Lady Gaga’s former DJ reveals the highs and lows of his musical career in the mid-2000s, also unveiling an intimate portrait of the pop singer’s rise to fame.
From Piano’s to Welcome to the Johnsons to Motor City, New Yorkers will instantly recognize the Lower East Side bar scene in Sullivan’s gossipy tell-all. However, it seems as if the author couldn’t decide on whether this is a memoir about his bartending, dating and DJing experiences, or a name-dropping unauthorized biography of Stefani Germanotta as she evolved from backup go-go dancer to her stage persona, Lady Gaga. Sullivan’s relationship with his friend-turned-boss wavers between respect and adoration (“Above all else she knew that she would tread a thin line between artistic greatness and cheesy pop. It all depended on the people around her”). While he does manage to create a visceral setting of the New York scene where Misshapes and Don Hill parties were all the rage, his use of character nicknames (“The Devil” as a drug dealer; “Angel” for a new girlfriend) seems both unnecessary and confusing. Sullivan’s constant switching between past and present tense may seem like he is trying to convey a conversational tone within an inner monologue, but it reads as sloppy, distracting writing. The last two sections of the book (based in Miami and Los Angeles) are the most interesting: Sullivan goes behind the scenes at Gaga’s Winter Music Conference appearance and the making of her “Just Dance” video. The author claims that he was well-aware that Gaga would ultimately replace him, but readers can’t help but wonder if, beneath the idolatry, there isn’t a little bit of resentment on his end.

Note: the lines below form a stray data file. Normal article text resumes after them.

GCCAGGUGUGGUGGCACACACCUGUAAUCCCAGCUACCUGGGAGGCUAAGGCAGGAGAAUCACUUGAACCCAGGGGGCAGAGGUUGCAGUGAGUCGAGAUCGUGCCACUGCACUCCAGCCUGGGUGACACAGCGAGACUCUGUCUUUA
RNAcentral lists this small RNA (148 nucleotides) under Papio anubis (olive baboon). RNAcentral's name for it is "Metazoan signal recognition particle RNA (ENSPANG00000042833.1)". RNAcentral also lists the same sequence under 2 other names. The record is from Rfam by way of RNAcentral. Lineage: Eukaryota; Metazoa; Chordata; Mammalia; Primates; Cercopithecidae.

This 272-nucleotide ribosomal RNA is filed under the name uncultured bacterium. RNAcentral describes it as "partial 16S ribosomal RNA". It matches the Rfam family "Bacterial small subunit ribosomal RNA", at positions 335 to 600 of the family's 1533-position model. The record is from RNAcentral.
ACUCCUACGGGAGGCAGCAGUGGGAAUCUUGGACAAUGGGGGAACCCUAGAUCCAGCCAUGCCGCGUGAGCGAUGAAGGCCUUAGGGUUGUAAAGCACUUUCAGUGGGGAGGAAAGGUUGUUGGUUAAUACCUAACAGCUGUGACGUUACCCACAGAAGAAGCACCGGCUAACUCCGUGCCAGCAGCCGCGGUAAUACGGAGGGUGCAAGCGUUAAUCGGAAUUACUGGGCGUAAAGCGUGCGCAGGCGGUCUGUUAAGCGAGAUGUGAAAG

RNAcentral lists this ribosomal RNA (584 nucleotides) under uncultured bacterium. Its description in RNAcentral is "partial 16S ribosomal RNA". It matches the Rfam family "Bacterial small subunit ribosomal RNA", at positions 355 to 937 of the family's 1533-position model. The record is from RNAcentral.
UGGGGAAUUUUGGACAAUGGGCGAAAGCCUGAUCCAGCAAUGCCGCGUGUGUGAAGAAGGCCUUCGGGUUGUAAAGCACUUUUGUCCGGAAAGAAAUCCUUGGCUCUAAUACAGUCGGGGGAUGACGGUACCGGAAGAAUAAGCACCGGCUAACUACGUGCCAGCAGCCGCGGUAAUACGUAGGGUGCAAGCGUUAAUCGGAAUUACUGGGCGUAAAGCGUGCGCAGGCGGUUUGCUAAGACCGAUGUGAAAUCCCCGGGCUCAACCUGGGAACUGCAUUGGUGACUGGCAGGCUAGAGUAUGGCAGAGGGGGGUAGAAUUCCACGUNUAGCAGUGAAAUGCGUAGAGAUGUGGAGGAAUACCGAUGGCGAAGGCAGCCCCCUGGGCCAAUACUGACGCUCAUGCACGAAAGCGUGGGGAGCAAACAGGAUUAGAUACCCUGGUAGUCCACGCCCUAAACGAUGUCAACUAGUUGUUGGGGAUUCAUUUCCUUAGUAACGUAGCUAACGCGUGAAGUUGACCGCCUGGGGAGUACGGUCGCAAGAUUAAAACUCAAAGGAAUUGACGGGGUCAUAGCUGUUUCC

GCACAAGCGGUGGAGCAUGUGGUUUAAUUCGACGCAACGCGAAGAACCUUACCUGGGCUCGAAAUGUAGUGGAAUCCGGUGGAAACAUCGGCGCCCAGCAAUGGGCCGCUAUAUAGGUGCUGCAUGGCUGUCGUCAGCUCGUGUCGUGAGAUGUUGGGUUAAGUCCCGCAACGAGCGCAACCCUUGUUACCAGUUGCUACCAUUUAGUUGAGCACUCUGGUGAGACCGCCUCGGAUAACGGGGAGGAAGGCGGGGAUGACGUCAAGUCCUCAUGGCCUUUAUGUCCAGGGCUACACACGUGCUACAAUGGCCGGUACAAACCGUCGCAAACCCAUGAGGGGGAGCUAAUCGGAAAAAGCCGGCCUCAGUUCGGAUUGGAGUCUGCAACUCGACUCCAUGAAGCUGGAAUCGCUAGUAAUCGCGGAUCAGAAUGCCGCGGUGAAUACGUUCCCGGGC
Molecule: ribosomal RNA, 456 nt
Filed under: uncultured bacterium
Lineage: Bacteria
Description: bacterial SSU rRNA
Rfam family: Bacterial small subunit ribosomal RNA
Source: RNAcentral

This love letter to the Lower East Side will make a great stocking stuffer for hard-core Lady Gaga fans and tourists who idolize the Big Apple. Note: not for the bridge-and-tunnel crowd.